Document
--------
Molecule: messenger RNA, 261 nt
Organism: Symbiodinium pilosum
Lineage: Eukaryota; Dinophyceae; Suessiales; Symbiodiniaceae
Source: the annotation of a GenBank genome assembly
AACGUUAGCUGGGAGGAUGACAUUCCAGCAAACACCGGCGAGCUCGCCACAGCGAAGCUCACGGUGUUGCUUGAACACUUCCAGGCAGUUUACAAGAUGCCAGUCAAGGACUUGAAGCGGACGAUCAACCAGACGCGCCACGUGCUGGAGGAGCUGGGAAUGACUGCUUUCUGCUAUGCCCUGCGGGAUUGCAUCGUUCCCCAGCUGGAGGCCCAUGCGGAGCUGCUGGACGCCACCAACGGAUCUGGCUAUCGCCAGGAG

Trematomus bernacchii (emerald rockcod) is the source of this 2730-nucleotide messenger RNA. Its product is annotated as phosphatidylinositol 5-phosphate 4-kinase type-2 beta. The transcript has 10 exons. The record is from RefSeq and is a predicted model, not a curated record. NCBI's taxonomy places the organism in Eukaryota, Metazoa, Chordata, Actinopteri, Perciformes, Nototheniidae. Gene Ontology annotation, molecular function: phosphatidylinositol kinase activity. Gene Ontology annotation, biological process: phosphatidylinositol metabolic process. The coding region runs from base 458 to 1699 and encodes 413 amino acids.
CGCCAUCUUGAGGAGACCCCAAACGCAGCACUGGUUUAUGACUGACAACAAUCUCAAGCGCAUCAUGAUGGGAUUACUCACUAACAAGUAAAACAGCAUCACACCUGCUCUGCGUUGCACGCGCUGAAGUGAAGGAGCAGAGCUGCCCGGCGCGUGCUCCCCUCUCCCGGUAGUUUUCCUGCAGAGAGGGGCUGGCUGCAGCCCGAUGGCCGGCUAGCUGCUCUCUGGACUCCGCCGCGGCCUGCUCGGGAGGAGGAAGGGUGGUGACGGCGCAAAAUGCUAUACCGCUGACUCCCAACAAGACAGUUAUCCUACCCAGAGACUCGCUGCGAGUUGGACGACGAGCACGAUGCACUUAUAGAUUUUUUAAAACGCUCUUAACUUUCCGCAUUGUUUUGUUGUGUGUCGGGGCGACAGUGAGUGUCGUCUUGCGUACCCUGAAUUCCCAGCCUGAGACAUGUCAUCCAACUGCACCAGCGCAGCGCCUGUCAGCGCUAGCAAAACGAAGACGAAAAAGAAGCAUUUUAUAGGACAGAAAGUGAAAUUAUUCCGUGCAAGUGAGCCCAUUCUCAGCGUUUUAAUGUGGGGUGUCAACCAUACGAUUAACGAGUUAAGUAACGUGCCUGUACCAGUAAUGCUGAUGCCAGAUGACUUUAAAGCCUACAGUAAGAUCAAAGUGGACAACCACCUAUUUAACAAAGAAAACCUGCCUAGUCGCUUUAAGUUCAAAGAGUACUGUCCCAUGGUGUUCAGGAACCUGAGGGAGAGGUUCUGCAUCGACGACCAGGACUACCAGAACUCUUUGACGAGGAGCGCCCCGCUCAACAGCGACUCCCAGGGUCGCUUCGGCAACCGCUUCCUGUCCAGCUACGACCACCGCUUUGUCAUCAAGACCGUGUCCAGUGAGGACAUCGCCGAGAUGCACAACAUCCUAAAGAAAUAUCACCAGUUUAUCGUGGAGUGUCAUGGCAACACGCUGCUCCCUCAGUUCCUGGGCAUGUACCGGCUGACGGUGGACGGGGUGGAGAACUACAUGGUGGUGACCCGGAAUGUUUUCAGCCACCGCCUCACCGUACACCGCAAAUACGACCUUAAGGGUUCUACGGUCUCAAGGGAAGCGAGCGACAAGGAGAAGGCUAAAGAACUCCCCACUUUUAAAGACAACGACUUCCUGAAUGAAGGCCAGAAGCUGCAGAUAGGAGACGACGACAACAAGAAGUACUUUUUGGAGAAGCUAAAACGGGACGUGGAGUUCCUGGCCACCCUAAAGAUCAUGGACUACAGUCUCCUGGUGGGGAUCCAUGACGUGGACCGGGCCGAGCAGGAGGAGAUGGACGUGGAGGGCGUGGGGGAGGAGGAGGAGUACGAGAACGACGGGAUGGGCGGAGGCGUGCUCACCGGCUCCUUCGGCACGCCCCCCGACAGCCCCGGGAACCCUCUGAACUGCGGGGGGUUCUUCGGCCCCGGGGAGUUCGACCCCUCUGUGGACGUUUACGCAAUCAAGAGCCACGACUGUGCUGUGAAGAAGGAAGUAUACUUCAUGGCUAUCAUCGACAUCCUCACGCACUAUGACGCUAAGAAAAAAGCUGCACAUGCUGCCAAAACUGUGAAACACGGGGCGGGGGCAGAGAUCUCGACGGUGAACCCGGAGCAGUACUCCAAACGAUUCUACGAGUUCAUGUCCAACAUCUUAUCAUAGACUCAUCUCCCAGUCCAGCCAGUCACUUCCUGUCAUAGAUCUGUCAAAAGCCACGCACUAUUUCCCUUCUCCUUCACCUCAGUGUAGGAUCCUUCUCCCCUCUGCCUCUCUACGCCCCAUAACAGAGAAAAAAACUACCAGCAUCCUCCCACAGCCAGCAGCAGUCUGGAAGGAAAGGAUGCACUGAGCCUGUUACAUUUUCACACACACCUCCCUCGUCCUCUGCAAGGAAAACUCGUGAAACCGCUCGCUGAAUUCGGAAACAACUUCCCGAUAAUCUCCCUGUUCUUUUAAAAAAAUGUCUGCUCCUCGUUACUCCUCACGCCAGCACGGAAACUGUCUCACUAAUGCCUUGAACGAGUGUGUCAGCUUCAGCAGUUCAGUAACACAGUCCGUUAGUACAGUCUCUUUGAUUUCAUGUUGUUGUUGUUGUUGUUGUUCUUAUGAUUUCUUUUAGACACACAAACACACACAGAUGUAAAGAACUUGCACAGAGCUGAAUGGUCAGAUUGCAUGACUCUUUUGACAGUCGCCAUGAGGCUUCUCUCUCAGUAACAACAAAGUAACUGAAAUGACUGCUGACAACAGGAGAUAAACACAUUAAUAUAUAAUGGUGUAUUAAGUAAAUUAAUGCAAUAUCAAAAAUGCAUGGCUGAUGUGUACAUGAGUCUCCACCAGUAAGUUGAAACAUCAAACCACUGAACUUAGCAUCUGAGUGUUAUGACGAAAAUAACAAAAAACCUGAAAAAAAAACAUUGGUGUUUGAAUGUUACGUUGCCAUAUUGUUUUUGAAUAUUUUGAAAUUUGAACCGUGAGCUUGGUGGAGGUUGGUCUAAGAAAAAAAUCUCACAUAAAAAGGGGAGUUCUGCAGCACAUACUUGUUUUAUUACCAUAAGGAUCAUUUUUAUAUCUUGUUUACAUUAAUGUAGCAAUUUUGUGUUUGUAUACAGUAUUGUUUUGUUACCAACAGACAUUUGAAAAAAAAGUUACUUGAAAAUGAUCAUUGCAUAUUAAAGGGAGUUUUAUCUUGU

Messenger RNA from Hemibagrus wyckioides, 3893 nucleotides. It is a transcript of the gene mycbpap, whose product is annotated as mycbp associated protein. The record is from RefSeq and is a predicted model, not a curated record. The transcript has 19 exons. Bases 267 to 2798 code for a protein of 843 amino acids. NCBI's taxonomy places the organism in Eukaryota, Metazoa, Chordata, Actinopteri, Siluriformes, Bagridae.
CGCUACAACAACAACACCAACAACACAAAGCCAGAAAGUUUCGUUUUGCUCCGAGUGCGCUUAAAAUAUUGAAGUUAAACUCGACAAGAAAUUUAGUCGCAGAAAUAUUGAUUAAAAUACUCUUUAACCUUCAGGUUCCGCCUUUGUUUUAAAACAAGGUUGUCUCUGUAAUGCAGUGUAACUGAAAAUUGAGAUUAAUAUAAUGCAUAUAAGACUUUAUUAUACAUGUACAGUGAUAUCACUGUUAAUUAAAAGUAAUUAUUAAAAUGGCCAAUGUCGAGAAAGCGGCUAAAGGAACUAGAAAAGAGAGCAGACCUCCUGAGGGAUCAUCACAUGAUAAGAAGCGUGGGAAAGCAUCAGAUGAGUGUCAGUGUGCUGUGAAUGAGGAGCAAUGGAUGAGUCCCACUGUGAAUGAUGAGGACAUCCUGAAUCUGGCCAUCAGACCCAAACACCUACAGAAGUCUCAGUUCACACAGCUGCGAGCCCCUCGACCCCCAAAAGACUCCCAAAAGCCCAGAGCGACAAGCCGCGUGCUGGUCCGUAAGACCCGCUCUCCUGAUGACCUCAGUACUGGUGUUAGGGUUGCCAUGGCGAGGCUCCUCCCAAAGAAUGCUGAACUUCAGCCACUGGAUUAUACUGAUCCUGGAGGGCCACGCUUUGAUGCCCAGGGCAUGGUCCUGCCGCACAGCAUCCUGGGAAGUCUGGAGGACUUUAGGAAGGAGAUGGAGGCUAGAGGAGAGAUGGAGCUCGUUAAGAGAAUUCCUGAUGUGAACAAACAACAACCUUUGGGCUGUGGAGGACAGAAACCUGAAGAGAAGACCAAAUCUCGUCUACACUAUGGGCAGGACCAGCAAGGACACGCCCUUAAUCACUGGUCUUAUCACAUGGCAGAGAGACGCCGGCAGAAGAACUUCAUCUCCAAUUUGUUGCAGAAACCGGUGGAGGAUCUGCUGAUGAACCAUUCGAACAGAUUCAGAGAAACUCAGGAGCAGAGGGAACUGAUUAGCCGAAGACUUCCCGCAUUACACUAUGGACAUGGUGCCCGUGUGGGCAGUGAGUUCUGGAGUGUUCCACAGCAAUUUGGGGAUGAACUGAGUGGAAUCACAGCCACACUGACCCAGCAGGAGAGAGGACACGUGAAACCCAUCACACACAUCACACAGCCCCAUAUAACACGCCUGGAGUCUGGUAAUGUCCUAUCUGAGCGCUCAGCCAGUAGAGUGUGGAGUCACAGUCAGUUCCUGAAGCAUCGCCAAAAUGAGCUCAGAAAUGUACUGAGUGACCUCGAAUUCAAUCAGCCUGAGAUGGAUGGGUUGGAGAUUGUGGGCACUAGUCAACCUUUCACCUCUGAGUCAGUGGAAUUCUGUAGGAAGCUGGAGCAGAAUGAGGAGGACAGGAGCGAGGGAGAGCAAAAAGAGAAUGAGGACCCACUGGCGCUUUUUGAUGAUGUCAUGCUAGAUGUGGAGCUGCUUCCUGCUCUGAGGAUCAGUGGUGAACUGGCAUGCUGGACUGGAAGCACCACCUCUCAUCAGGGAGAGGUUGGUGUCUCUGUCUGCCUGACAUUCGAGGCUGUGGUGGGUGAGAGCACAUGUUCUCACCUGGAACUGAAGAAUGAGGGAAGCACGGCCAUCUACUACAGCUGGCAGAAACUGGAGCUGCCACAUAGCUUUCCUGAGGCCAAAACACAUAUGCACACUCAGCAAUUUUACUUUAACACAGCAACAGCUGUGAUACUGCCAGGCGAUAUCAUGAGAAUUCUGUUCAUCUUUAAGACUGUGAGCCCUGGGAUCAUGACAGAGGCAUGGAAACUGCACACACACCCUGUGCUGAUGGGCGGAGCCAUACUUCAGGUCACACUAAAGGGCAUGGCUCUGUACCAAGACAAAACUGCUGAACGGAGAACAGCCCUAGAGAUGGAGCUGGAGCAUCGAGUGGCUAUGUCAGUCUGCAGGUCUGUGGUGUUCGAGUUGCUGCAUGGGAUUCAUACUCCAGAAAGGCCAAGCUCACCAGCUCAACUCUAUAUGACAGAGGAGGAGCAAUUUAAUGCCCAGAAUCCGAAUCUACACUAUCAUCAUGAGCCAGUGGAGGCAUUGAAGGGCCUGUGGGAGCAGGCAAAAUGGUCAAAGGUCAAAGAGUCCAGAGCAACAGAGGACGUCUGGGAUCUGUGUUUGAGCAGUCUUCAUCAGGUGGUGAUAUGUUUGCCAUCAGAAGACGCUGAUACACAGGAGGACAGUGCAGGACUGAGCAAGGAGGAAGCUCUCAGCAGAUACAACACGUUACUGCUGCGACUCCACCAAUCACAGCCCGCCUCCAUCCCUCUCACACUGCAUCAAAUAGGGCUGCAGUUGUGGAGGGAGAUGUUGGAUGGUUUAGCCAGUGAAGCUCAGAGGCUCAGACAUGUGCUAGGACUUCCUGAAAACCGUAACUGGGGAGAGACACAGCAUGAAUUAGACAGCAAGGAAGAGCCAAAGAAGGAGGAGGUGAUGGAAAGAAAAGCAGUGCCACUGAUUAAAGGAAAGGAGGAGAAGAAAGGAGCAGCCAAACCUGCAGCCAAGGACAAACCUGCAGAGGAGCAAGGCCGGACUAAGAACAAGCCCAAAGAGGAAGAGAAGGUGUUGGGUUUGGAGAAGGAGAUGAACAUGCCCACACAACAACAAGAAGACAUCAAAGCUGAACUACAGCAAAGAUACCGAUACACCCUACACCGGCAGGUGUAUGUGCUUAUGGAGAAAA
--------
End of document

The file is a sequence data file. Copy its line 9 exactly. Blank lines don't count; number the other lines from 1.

CGCUACAACAACAACACCAACAACACAAAGCCAGAAAGUUUCGUUUUGCUCCGAGUGCGCUUAAAAUAUUGAAGUUAAACUCGACAAGAAAUUUAGUCGCAGAAAUAUUGAUUAAAAUACUCUUUAACCUUCAGGUUCCGCCUUUGUUUUAAAACAAGGUUGUCUCUGUAAUGCAGUGUAACUGAAAAUUGAGAUUAAUAUAAUGCAUAUAAGACUUUAUUAUACAUGUACAGUGAUAUCACUGUUAAUUAAAAGUAAUUAUUAAAAUGGCCAAUGUCGAGAAAGCGGCUAAAGGAACUAGAAAAGAGAGCAGACCUCCUGAGGGAUCAUCACAUGAUAAGAAGCGUGGGAAAGCAUCAGAUGAGUGUCAGUGUGCUGUGAAUGAGGAGCAAUGGAUGAGUCCCACUGUGAAUGAUGAGGACAUCCUGAAUCUGGCCAUCAGACCCAAACACCUACAGAAGUCUCAGUUCACACAGCUGCGAGCCCCUCGACCCCCAAAAGACUCCCAAAAGCCCAGAGCGACAAGCCGCGUGCUGGUCCGUAAGACCCGCUCUCCUGAUGACCUCAGUACUGGUGUUAGGGUUGCCAUGGCGAGGCUCCUCCCAAAGAAUGCUGAACUUCAGCCACUGGAUUAUACUGAUCCUGGAGGGCCACGCUUUGAUGCCCAGGGCAUGGUCCUGCCGCACAGCAUCCUGGGAAGUCUGGAGGACUUUAGGAAGGAGAUGGAGGCUAGAGGAGAGAUGGAGCUCGUUAAGAGAAUUCCUGAUGUGAACAAACAACAACCUUUGGGCUGUGGAGGACAGAAACCUGAAGAGAAGACCAAAUCUCGUCUACACUAUGGGCAGGACCAGCAAGGACACGCCCUUAAUCACUGGUCUUAUCACAUGGCAGAGAGACGCCGGCAGAAGAACUUCAUCUCCAAUUUGUUGCAGAAACCGGUGGAGGAUCUGCUGAUGAACCAUUCGAACAGAUUCAGAGAAACUCAGGAGCAGAGGGAACUGAUUAGCCGAAGACUUCCCGCAUUACACUAUGGACAUGGUGCCCGUGUGGGCAGUGAGUUCUGGAGUGUUCCACAGCAAUUUGGGGAUGAACUGAGUGGAAUCACAGCCACACUGACCCAGCAGGAGAGAGGACACGUGAAACCCAUCACACACAUCACACAGCCCCAUAUAACACGCCUGGAGUCUGGUAAUGUCCUAUCUGAGCGCUCAGCCAGUAGAGUGUGGAGUCACAGUCAGUUCCUGAAGCAUCGCCAAAAUGAGCUCAGAAAUGUACUGAGUGACCUCGAAUUCAAUCAGCCUGAGAUGGAUGGGUUGGAGAUUGUGGGCACUAGUCAACCUUUCACCUCUGAGUCAGUGGAAUUCUGUAGGAAGCUGGAGCAGAAUGAGGAGGACAGGAGCGAGGGAGAGCAAAAAGAGAAUGAGGACCCACUGGCGCUUUUUGAUGAUGUCAUGCUAGAUGUGGAGCUGCUUCCUGCUCUGAGGAUCAGUGGUGAACUGGCAUGCUGGACUGGAAGCACCACCUCUCAUCAGGGAGAGGUUGGUGUCUCUGUCUGCCUGACAUUCGAGGCUGUGGUGGGUGAGAGCACAUGUUCUCACCUGGAACUGAAGAAUGAGGGAAGCACGGCCAUCUACUACAGCUGGCAGAAACUGGAGCUGCCACAUAGCUUUCCUGAGGCCAAAACACAUAUGCACACUCAGCAAUUUUACUUUAACACAGCAACAGCUGUGAUACUGCCAGGCGAUAUCAUGAGAAUUCUGUUCAUCUUUAAGACUGUGAGCCCUGGGAUCAUGACAGAGGCAUGGAAACUGCACACACACCCUGUGCUGAUGGGCGGAGCCAUACUUCAGGUCACACUAAAGGGCAUGGCUCUGUACCAAGACAAAACUGCUGAACGGAGAACAGCCCUAGAGAUGGAGCUGGAGCAUCGAGUGGCUAUGUCAGUCUGCAGGUCUGUGGUGUUCGAGUUGCUGCAUGGGAUUCAUACUCCAGAAAGGCCAAGCUCACCAGCUCAACUCUAUAUGACAGAGGAGGAGCAAUUUAAUGCCCAGAAUCCGAAUCUACACUAUCAUCAUGAGCCAGUGGAGGCAUUGAAGGGCCUGUGGGAGCAGGCAAAAUGGUCAAAGGUCAAAGAGUCCAGAGCAACAGAGGACGUCUGGGAUCUGUGUUUGAGCAGUCUUCAUCAGGUGGUGAUAUGUUUGCCAUCAGAAGACGCUGAUACACAGGAGGACAGUGCAGGACUGAGCAAGGAGGAAGCUCUCAGCAGAUACAACACGUUACUGCUGCGACUCCACCAAUCACAGCCCGCCUCCAUCCCUCUCACACUGCAUCAAAUAGGGCUGCAGUUGUGGAGGGAGAUGUUGGAUGGUUUAGCCAGUGAAGCUCAGAGGCUCAGACAUGUGCUAGGACUUCCUGAAAACCGUAACUGGGGAGAGACACAGCAUGAAUUAGACAGCAAGGAAGAGCCAAAGAAGGAGGAGGUGAUGGAAAGAAAAGCAGUGCCACUGAUUAAAGGAAAGGAGGAGAAGAAAGGAGCAGCCAAACCUGCAGCCAAGGACAAACCUGCAGAGGAGCAAGGCCGGACUAAGAACAAGCCCAAAGAGGAAGAGAAGGUGUUGGGUUUGGAGAAGGAGAUGAACAUGCCCACACAACAACAAGAAGACAUCAAAGCUGAACUACAGCAAAGAUACCGAUACACCCUACACCGGCAGGUGUAUGUGCUUAUGGAGAAAA